The seeds of the Tillandsia were inserted in dehiscent septicidal capsules (Figs. 1-3). They were spindle-shaped, about 2.0 mm long (Figs. 4-6), with plumose appendages at their micropylar end (Figs. 4-6 - Ap). The plumose appendages were formed by very numerous single whitish hairs, which grew from the micropyle (Figs. 2-6). The embryo was small, cylindrical, and situated at the base of the starchy endosperm. The germination period occurred circa 20 days after seeds were embedded, with the development of a cotyledon totally modified as a haustorium (Figs. 5-9 - H). During this process, the seeds enlarged and elongated because their constituents increased in size (Figs. 5-8).

 


 

 


 

No primary root developed. The haustorium (H) was long and tubular (Figs. 6-11). The first leaf (l1) appeared after 30-40 days; it was entire, green, fleshy, resistant (hard), cupola-shaped, with acuminate apex, slightly curved margins, and dilated-sheathing at the base (Figs. 10-11). In the further development of the 30-40 days seedling, a small tank was formed by the base of the sheath of the first leaf (l1) that overlaps that of the second leaf (l2) (Fig. 11). This tank remained in a vertical position because of the presence of the haustorium and of the plumose seed appendages, which helped the seedling to establish on the substrate (Figs. 10-11). The second leaf (l2) developed after 70 days, showing morphological features similar to those of the first leaf (Figs. 10-11). The first adventitious roots, which developed from the base of the stem, were only observed during this stage (Fig. 11).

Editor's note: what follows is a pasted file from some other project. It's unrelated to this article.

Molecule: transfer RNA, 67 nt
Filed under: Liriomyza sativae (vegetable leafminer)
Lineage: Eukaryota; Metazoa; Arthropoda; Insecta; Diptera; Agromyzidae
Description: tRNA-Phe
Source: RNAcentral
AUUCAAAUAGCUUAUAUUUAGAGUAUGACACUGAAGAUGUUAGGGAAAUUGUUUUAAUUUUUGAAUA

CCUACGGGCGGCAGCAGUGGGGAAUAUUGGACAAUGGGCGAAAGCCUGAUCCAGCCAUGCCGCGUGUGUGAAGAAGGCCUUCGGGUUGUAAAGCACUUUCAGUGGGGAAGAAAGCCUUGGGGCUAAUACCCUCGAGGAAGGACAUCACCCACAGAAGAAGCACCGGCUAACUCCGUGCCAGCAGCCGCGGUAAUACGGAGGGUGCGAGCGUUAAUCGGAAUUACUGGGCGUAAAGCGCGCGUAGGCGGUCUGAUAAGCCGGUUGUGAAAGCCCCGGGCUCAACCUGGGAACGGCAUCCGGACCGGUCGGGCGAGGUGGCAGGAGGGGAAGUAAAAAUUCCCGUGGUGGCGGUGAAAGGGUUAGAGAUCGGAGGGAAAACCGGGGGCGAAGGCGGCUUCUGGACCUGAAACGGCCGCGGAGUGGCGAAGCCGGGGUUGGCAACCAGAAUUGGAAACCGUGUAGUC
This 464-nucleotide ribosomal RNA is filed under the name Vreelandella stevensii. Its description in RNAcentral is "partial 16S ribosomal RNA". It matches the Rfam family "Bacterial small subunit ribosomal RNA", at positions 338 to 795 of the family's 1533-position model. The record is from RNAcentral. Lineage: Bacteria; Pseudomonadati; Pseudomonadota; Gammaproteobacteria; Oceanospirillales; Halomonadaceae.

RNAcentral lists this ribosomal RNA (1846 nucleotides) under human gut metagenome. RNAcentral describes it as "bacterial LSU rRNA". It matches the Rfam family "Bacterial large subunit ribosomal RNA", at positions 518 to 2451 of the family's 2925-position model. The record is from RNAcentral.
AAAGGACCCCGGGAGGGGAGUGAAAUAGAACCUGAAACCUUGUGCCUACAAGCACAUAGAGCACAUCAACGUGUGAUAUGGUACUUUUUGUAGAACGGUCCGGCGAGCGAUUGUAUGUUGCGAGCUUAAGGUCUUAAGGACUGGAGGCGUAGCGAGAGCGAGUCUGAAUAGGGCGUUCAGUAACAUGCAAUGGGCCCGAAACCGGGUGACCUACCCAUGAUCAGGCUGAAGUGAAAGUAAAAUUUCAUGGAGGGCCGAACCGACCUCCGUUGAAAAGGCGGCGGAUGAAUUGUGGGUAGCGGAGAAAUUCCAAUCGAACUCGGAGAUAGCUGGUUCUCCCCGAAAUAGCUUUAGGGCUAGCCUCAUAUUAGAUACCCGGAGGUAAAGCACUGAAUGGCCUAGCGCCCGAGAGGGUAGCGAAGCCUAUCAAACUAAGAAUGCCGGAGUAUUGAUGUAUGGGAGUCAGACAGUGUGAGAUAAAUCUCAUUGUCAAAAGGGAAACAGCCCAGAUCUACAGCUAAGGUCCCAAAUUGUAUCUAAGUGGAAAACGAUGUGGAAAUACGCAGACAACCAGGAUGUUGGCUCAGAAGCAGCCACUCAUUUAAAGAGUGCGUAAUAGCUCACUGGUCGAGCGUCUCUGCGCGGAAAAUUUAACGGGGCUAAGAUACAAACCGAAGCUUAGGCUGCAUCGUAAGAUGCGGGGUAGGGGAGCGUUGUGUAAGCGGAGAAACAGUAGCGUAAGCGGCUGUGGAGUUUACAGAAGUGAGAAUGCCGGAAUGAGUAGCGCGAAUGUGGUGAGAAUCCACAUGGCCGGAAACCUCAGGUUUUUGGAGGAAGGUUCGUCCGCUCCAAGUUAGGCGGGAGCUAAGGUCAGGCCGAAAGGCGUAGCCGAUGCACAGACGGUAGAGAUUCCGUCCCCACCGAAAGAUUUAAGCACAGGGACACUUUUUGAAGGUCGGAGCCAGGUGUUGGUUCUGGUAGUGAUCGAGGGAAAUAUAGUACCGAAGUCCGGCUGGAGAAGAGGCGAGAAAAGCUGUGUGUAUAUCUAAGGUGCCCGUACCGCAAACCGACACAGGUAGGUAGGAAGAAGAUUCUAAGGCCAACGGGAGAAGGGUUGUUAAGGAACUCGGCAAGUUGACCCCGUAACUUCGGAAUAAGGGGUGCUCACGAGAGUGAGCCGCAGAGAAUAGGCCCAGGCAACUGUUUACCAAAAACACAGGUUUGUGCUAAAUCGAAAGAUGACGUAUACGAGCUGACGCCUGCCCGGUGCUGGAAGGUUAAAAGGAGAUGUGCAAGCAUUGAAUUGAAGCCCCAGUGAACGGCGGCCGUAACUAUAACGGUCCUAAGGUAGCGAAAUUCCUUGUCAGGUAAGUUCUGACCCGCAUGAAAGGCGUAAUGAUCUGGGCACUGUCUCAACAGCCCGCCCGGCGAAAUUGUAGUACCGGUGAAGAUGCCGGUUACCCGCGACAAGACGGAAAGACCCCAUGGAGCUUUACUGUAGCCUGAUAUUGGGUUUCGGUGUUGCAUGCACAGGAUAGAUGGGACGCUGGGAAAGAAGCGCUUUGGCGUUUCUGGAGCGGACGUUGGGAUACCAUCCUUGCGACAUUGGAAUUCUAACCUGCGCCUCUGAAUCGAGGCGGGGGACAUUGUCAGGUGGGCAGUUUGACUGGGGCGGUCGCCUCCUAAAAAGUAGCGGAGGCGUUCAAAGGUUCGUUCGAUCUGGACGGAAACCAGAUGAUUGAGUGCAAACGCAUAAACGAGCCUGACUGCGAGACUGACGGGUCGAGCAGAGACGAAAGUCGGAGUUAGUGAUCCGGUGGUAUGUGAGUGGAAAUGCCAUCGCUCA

DISCUSSION

Seed morphology is very diverse within Bromeliaceae species and thus of remarkable systematic significance at the infrafamilial level. The seed coat of the studied Tillandsia presented plumose appendages at their micropylar end. According to Varadarajan and Gilmartin (1988), the Bromelioideae seeds are gelatinous while those of Tillandsioideae possess a plumose flight apparatus. Our results confirmed the occurrence of these structures in the seeds of Tillandsioideae, stressing its importance for the family taxonomy. As for the origin of the plumose appendages of Tillandsia seeds, Sajo et al. (2004) compared them with their respective ovule development. These authors observed that the ovules of Catopsis morreniana and Tillandsia dura presented appendages of both chalazal and micropylar origin, while those of Guzmania madisonii were only of micropylar origin.

Although no study on seed development was carried out in the present work, the presence of plumose appendages at the micropylar end of the seed resembling that of Gusmania madisonii studied by Sajo et al. (2004) was observed. These observations clearly showed that the appendage origin varied much within Tillansioideae, and was an important feature for the group.

According to Smith (1934), the seed appendages of specimens of Tillandsioideae split longitudinally to form numerous filaments constituting a plumage that effectively contributes to anemochory, widely disseminating the seeds that can germinate in most places where they fall. These seed features were also observed in the Tillandsia species studied here and are certainly related to their dispersal success. The cotyledon, not primary roots, was the first structure to develop during the initial stages of germination in the Tillandsia studied here. In these species, the germination process was marked by the appearance of this cotyledon totally modified into a haustorium that was responsible for the seedling nutrition until it achieved photosynthetic capacity and presented absorbing scales in its young leaves.